ROME, Italy, August 28, 2017 (LifeSiteNews) — At least five of the 28 new members of the Pontifical Academy for Life are critical of Catholic doctrines reaffirmed in Humanae Vitae.
Reporting for the National Catholic Register, journalist Ed Pentin identified the dissenters as Monsignor Pierangelo Sequeri; Anne-Marie Pelletier; Father Alain Thomasset, SJ; Father Maurizio Chiodi; and Father Humberto Miguel Yanez, SJ. A potential sixth, Father Carlo Casalone, SJ, has also been appointed to the Academy.
A specialist in aesthetic theology and musicology, Sequeri was appointed president of the Pontifical John Paul II Institute for Studies on Marriage and the Family by Pope Francis. As president, he is automatically on the board of the Academy for Life.
Sequeri contributed an introduction to the Italian edition of “Amoris Laetitia: A Turning Point of Moral Theology” in which scholars argue that Amoris Laetitia “represents a paradigm shift for all moral theology and especially in interpreting Humanae Vitae,” wrote Pentin.
Pentin also reported that Sequeri was allegedly one of the organizers of the so-called “Secret Synod,” or “Study Day on Pastoral Practice Concerning Marriage and the Family” held May 15, 2015, during the Family Synod.
The “Secret Synod” was attended by about 50 people invited by Cardinal Reinhard Marx, Cardinal Markus Büchel and Archbishop Georges Pontier. The guests were chiefly theologians and reporters. The topics raised included how the Church could “better welcome” those in stable same-sex relationships, the importance of the human sex drive, the replacement of “the theology of the body” with a “theology of love,” and the immorality of refusing communion to the divorced-and-remarried.
Pelletier, Thomasset, and Yanez also participated in the “Secret Synod.”
Pelletier, a scripture scholar, gave a 20-minute exegesis on the teachings of Christ on marriage as recorded in Matthew 19:3-12. Advocating the readmission of the divorced-and-remarried to the sacraments, she appealed to growing sympathy among Catholics for the divorced-and-remarried.
Pelletier said this: “… sensus fidei, which it would be dangerous to despise or disqualify too quickly, resists the idea that in this wounded version of Christian life, the Cross [which redeemed humanity] finds a limit, an insurmountable obstacle. The same sensus fidei has the intuition that, in Christ “love and truth meet” (Psalm 85, 11) in a mysterious alchemy of which the Spirit can here assign the secret to the Church.”
Thomasset, a professor at the Jesuit Centre Sèvres in Paris, spoke for 20 minutes on “taking into account the history and biographical developments in the moral and pastoral life of the family.”
He stated that “the interpretation of the doctrine of acts called ‘intrinsically evil’ seems to me to be one of the fundamental sources of the present difficulties in the pastoral care of families, since it underlies to a great extent the condemnation of artificial contraception, of the sexual acts of the divorced-and-remarried and of homosexual couples, including stable ones. This appears to many as incomprehensible and seems pastorally counterproductive.”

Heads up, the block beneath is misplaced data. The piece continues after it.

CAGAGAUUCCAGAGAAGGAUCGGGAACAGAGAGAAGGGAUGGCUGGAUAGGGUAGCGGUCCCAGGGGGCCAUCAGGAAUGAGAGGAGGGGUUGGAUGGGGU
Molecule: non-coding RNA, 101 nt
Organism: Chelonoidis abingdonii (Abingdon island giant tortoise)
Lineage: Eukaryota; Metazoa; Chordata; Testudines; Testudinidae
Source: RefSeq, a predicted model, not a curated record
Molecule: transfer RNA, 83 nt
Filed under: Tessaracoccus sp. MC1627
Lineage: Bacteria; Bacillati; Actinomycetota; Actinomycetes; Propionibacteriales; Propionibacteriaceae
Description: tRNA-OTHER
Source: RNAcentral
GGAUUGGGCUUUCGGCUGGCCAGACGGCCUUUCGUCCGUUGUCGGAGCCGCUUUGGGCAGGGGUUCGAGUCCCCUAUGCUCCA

Thomasset also told the participants that a “homosexual relationship lived in stability and fidelity can be a path of holiness.”
Both lectures are available online in their original French and are translated into German and Italian.
Chiodi is on the faculty of FTIS, a theology school in Milan. His views in support of artificial contraception were quoted in Italian newspaper L’Avvenire in July 2015. In a book to which Sequeri also contributed, Chiodi stated that artificial birth control can be moral and natural family planning immoral: “It is not the method itself that determines the morality, but the conscience of the spouses, their sense of responsibility, their genuine willingness to open themselves to life.”
L’Avvenire also cites Yanez’s view that artificial contraception is sometimes licit. Yanez is the director of the Department of Moral Theology at the Pontifical Gregorian University.
Casalone, a past provincial of the Italian Jesuits, is now the head of the Carlo Maria Martini Foundation. The late Cardinal Martini was a harsh critic of Humanae Vitae, dedicating a chapter of a book-length interview to his objections to the encyclical.
Martini held that Humanae Vitae caused “serious damage” by upholding the teaching against artificial contraception: “Many people have withdrawn from the Church, and the Church from people.” He believed the dissent of many Catholic bishops, particularly those of Austria and Germany, expresses “a new culture of tenderness and an approach to sexuality that is more free from prejudice.”
“I am firmly convinced that the Church can point out a better way than it did with Humanae Vitae,” the cardinal said.
Casalone declined to answer Pentin’s question as to whether he himself agreed with Martini’s opinion of Humanae Vitae.